by Geoff Kelly
• Up is down, black is white, the lions lay with the lambs: This summer two oft-warring Democratic factions—the one led by Mayor Byron Brown and chief political officer, Deputy Mayor Steve Casey, and the one formerly led by Sam Hoyt and now led by Assemblyman Sean Ryan, Hoyt’s successor—have reached a truce. In recent years the two camps have hammered away at each other at the committee level, fighting for control of the party apparatus in the City of Buffalo, usually resulting in little net change: The factions grow stronger in districts where they were already strong and split races elsewhere.
This year, no such mobilization. The two sides negotiated a fragile peace under which committee races would go largely uncontested. (This is not the case in the Fillmore District, particularly in Allentown, however, where Councilman David Franczyk, who was not a party to the truce, is running committee candidates. Last year, Fillmore picked up Allentown in the once-a-decade reapportionment.) Another provision of the truce was that Ryan would not face a primary challenger sponsored by the Brown/Casey machine, as Hoyt had done in North District Councilman Joe Golombek. Indeed, in the bag of sticks and carrots that Casey brought to the table where this pease was negotiated, one stick was the possibility that he and Brown would run popular government reform activist and attorney Kevin Gaughan against Ryan—an opponent every bit as daunting as Golombek, whose house was conveniently removed from the district in reapportionment. If Ryan’s camp could remove their ally, Marc Panepinto, from the contest to be the Democratic challenger to Mark Grisanti, and if both sides could take the summer off from running committee races, Ryan would run unchallenged.
Panepinto dropped out, and Gaughan is running anyway, but not with any visible support from Brown/Casey. Indeed, the nominating petitions filed this week for Gaughan and Ryan tell a far different story: In addition to the usual list of Hoyt/Ryan allies, petitions for Ryan were witnessed by such mayoral allies as David Granville, Peter Savage III, and even Casey himself. Gaughan had 14 people passing petitions, none of them affiliated with Brown/Casey. And, according to a source in the Ryan camp, Gaughan’s petitions are good: There will be no challenge.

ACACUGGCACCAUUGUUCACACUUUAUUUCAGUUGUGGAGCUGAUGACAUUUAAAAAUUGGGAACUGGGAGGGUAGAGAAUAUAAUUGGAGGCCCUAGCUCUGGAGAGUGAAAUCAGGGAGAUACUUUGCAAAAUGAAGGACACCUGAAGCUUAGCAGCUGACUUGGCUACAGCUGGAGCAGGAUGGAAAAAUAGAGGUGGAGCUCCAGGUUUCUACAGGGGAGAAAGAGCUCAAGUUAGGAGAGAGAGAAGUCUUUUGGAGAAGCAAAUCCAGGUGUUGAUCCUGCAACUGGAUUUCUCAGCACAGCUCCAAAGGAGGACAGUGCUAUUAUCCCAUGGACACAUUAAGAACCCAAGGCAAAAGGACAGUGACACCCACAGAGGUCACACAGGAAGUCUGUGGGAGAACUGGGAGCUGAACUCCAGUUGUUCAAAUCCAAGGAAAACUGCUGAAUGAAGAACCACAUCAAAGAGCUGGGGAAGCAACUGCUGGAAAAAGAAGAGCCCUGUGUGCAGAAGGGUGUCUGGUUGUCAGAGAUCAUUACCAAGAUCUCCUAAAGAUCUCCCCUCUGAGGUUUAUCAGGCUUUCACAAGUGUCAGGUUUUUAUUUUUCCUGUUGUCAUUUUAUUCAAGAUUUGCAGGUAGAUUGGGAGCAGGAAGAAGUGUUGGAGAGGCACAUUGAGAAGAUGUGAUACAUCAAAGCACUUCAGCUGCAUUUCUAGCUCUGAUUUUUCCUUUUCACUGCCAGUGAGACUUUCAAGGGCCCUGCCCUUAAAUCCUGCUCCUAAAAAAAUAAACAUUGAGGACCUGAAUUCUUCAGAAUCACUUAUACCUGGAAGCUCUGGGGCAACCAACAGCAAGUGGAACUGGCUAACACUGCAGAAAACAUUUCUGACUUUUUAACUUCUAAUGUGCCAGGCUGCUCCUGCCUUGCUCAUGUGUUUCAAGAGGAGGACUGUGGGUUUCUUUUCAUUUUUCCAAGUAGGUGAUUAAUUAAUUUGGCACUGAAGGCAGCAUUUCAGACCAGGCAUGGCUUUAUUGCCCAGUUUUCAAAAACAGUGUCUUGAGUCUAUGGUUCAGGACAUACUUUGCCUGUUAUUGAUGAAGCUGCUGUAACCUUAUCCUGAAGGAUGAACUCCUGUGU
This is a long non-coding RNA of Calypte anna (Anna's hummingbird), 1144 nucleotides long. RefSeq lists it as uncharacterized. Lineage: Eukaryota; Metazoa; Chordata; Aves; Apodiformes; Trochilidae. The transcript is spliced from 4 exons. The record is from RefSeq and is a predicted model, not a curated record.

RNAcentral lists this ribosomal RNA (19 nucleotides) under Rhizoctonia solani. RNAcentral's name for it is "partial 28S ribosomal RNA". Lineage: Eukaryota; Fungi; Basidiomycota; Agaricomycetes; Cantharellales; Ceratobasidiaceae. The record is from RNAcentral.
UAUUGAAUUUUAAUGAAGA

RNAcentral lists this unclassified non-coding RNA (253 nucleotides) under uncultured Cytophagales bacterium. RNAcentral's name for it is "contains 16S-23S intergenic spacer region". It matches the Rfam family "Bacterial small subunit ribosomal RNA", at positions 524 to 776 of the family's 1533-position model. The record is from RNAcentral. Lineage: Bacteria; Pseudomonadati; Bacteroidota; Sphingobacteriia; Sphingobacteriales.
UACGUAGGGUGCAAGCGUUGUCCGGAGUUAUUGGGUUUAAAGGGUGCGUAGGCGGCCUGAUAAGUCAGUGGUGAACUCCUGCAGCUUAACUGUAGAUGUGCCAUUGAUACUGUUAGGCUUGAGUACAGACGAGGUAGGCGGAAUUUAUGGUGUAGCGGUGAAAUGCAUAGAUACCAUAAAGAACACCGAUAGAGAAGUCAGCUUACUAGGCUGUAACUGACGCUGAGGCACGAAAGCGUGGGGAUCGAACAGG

• The most crowded race ever: State Senator Mark Grisanti faces challengers on both party lines he is seeking on November’s ballot. On the Independence Party line, he faces Marie C. Clark and Brian J. Siklinski; we’re told that Clark has the local party’s support. In the Republican primary, Grisanti faces Kenmore attorney Kevin Stocker, who has the tacit support of several prominent GOP leaders.
There are three Democrats seeking the privilege of challenging Grisanti in the heavily Democratic 60th District: Former councilman and state senator Al Coppola; Orchard Park attorney Mike Amodeo, who has the support of Democratic headquarters and Erie County Executive Mark Poloncarz; and former Erie County Legislature chair Chuck Swanick, who has the support of Buffalo Mayor Byron Brown’s political machine, as well as former Democratic county chair Steve Pigeon. Swanick has the Conservative Party line already.
There is also a Working Families Party candidate, attorney Gregory Davis.
Swanick has raised $103,185 and spent $38,739 in the last six months. In the same time period, Grisanti has raised $200,368 and spent a whopping $259,611—a sure sign that his campaign knows he has a tough row to hoe. Amodeo has raised $34,720 and spent $10,239. Stocker has raised $50,210 and spent $22,168. Grisanti has $226,530 in the bank.
Coppola hasn’t been actively fundraising or spending money at all, and yet someone seems concerned about his candidacy: A challenge to his petitions has been filed by Katie Bartolotta, who works at Democratic Party headquarters.
• Beware of Greeks bearing petitions: George Hasiotis has filed petitions to run in the Democratic primary against incumbent Erie County Comptroller David Shenk, who was handpicked by Erie County Executive Mark Poloncarz to fill out Poloncarz’s term. Advantages to Hasiotis in this race include 1) money, which he has in abundance personally and which he’ll be able to raise from others, because 2) he has strong, longstanding ties both in the business community and among big Democratic Party funders, and 3) business experience that affords him a stronger platform on which to run than Shenk can cobble together—Shenk’s platform comprising his service in the military, his service as Boston town clerk, and a few months occupying Poloncarz’s former office.
Still, Shenk is nominally the incumbent, and he has the blessing of Poloncarz.
On the other side of the Democratic primary awaits Stefan Mychalijw, the former TV reporter and public relations man, who is the Republican candidate. (Mychalijw also has the Conservative line, on which Shenk assured county lawmakers he had a lock during the interview process early this year.) Mychalijw enjoys name recognition in almost perfect inverse to his relevant governmental and financial experience, and he is an unflappable campaigner; he’ll be a tough opponent for either Hasiotis or Shenk.blog comments powered by Disqus
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